We believe that it is the first experimental trial that is likely to be most indicative of the work output and efficiency in a flying beetle, for it is on the first trial that the muscle is freshest and the power output generally the greatest. Table 2 summarizes work output and CO2 production on the first trial for the preparations of both series 1 and series 2. The maximum power reached during the 10 s stimulation period (144 W kg–1) is similar to the power output reported earlier for beetle muscle (127 W kg–1) (Josephson et al., 2000a). Assuming that the respiratory coefficient (RQ) for these preparations is 0.83 and that the work equivalent of O2 consumed is 20.1 J ml–1 (see below), the ratio of work done to CO2 produced is equivalent to an efficiency of 15.7 %. The relationships between work, CO2 production and O2 consumption for the subset of the preparations of Table 2 from which both CO2 and O2 were measured, i.e. the preparations of series 2, are summarized in Table 3. The principal conclusion to be drawn from the results in Table 3, and by extension to those in Table 2 as well, is that this asynchronous muscle is approximately 14–16 % efficient in converting chemical energy to mechanical work.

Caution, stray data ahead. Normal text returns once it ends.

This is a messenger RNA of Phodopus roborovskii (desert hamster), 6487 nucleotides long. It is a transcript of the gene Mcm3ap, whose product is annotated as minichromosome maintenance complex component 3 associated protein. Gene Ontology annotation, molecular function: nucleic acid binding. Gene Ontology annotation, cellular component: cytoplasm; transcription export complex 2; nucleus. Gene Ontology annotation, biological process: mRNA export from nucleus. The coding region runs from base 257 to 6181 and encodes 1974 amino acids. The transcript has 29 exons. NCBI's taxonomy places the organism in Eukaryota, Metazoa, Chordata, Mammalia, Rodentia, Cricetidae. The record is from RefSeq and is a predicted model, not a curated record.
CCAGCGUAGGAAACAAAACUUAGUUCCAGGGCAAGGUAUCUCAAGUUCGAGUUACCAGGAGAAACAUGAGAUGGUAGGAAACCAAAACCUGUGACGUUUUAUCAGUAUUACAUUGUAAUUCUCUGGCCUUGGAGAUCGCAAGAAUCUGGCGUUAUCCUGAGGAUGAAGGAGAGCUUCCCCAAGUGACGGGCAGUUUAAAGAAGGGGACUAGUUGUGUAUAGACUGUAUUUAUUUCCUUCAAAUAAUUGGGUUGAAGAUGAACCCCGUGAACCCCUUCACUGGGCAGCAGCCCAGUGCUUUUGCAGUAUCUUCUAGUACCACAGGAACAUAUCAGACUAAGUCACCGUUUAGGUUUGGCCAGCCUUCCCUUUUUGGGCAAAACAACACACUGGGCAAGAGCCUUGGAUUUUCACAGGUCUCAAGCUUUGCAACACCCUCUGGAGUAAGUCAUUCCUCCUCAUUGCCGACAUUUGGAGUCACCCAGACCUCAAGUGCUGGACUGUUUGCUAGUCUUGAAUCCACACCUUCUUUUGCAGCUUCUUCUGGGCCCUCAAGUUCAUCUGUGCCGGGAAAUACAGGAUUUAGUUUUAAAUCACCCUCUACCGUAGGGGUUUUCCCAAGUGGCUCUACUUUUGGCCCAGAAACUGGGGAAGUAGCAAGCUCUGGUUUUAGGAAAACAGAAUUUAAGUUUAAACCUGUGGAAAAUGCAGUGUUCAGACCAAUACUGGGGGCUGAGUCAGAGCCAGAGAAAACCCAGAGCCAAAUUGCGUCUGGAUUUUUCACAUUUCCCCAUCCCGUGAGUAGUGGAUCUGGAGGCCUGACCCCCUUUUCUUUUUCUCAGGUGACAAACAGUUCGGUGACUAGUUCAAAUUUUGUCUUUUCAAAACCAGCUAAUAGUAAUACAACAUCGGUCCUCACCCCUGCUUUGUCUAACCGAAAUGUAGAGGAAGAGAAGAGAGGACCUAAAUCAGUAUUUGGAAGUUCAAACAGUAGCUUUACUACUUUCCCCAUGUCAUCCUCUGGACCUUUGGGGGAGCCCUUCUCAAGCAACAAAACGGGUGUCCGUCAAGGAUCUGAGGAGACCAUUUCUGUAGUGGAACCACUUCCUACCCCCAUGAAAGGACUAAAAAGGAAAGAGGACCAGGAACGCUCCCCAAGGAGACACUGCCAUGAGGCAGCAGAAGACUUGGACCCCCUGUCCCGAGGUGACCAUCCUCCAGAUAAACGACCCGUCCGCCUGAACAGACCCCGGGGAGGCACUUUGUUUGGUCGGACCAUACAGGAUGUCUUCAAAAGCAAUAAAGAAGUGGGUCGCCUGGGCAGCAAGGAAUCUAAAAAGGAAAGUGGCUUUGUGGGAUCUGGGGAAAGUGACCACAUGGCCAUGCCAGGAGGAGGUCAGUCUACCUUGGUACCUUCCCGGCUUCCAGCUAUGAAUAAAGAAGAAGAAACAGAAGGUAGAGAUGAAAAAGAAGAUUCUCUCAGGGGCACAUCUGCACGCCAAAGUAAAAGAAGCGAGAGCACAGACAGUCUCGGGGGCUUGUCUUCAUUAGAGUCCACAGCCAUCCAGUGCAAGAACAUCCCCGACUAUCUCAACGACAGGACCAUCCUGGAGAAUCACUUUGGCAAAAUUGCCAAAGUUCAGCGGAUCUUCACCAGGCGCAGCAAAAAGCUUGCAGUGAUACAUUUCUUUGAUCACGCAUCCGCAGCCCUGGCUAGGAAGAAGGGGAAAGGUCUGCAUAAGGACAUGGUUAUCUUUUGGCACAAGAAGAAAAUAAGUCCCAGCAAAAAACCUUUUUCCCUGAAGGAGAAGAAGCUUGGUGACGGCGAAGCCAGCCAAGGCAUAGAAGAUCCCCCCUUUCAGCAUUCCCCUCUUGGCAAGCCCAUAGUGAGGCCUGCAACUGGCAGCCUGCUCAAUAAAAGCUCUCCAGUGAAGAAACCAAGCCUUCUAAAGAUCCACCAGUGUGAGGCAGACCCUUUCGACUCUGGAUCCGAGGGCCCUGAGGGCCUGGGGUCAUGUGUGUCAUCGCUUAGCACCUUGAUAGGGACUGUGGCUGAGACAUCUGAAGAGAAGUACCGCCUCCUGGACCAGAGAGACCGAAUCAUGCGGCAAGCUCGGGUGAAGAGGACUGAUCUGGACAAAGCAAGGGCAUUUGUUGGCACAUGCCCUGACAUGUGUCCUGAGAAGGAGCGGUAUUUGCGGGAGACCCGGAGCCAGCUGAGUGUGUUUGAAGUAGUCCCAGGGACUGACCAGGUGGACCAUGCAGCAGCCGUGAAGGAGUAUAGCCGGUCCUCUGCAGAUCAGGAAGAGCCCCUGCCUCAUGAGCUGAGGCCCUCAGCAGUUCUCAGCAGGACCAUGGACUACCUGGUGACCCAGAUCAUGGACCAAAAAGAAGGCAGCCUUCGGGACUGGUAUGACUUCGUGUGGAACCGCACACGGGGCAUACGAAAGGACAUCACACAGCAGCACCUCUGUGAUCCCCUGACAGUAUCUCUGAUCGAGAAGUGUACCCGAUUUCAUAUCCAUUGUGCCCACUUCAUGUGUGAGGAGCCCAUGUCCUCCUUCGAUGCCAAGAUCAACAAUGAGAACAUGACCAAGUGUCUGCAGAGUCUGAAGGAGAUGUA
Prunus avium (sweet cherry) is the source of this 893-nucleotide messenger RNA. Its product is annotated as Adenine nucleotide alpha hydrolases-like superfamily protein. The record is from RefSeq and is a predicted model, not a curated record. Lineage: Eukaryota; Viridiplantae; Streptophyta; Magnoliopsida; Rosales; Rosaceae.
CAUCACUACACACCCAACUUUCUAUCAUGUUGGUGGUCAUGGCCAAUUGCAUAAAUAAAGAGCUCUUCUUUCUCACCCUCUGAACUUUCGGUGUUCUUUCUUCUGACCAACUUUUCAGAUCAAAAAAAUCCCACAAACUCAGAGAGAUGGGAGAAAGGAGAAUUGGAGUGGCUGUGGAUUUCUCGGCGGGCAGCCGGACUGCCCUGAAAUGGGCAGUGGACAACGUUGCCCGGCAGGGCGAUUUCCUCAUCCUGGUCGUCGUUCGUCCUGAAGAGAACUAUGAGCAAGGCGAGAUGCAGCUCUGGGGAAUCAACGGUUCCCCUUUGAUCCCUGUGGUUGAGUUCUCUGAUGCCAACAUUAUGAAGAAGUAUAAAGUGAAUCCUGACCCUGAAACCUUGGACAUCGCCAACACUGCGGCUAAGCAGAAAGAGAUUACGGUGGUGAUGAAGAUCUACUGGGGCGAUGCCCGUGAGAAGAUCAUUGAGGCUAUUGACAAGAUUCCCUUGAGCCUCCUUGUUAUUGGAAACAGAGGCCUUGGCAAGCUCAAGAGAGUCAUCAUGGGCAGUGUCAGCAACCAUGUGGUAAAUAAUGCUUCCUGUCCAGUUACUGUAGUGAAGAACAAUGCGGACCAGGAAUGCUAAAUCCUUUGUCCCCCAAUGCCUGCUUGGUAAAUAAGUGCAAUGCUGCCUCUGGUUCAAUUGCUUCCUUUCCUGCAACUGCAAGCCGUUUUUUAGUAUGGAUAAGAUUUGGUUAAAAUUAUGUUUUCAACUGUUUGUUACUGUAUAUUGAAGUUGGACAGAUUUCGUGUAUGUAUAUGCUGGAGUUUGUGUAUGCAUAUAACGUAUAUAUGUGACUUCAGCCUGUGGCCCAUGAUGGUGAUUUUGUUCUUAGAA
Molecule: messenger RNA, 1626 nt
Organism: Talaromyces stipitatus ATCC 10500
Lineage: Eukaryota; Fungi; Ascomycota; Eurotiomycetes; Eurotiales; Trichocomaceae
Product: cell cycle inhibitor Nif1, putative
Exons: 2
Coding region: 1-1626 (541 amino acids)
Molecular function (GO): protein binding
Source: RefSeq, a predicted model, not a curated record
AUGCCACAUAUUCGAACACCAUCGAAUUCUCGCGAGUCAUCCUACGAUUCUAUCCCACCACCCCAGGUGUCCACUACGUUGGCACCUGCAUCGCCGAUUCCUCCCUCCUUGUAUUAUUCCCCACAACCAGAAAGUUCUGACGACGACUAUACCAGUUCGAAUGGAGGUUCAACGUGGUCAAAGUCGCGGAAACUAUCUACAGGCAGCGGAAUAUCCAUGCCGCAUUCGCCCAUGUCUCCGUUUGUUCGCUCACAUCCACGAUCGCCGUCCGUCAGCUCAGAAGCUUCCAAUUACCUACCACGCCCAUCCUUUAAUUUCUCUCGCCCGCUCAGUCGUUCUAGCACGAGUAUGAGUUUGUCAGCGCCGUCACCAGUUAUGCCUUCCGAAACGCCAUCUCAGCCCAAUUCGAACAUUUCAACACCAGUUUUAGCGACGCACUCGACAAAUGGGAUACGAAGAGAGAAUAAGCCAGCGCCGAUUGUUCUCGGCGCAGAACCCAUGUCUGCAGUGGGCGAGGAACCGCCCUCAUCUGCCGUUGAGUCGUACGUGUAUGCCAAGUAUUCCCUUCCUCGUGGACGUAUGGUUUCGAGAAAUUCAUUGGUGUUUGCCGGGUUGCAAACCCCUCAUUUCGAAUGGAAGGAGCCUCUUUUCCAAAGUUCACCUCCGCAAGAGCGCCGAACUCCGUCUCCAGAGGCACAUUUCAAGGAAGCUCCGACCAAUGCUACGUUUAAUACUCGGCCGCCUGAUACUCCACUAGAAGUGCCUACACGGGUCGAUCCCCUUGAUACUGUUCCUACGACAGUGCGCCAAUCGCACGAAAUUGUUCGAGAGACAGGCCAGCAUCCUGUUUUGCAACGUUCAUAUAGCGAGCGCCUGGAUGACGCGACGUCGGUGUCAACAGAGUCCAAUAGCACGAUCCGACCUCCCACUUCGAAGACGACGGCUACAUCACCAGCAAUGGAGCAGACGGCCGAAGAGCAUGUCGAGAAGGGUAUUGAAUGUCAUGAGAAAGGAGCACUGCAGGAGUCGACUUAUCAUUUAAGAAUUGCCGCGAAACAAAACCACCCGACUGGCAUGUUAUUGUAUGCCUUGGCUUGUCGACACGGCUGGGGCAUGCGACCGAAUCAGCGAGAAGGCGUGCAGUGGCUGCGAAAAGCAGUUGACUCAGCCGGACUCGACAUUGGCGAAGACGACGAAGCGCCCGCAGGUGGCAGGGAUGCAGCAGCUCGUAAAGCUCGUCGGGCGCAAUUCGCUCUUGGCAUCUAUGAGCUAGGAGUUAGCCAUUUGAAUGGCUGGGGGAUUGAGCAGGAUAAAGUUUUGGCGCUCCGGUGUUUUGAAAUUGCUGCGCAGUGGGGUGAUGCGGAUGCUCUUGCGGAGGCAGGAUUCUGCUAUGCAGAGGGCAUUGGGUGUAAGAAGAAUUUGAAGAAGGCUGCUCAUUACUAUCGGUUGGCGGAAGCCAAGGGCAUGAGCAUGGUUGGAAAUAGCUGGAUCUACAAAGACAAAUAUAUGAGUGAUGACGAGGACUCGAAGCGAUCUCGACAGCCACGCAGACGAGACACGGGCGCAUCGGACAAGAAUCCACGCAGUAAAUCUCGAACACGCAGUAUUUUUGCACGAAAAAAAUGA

Cost of muscle activation (series 1)
Part of the cost of operating a working muscle is the energy input associated with turning the muscle on and off with each contractile cycle if it is a synchronous muscle or turning it on and maintaining it active if it is an asynchronous muscle. The major parts of these activation costs are related to Ca2+ release from the sarcoplasmic reticulum (SR) to initiate activity and Ca2+ uptake by the SR to terminate it.
We evaluated the cost of muscle activation, relative to that of doing work, by comparing the CO2 produced by a muscle when it was stimulated and held at constant length so that no external work was done (trial 2, Table 1) with that done when the muscle was stimulated in an identical pattern but did external work (trials 1 and 3). In the 10 preparations of this series, the extra CO2 produced above the resting level in the isometric trial averaged 50.0±15.2 % (mean ± s.d.) of the mean for the two adjacent trials with work. Some internal work may have been done in the isometric trials, so the CO2 production during these trials may slightly overestimate the cost of activation alone. Apparently, approximately half of the increased energy expenditure when a muscle is stimulated and does maximal work is attributable to activation costs, and half to the cost of actually doing work.
Efficiency at reduced stimulation frequency (series 1)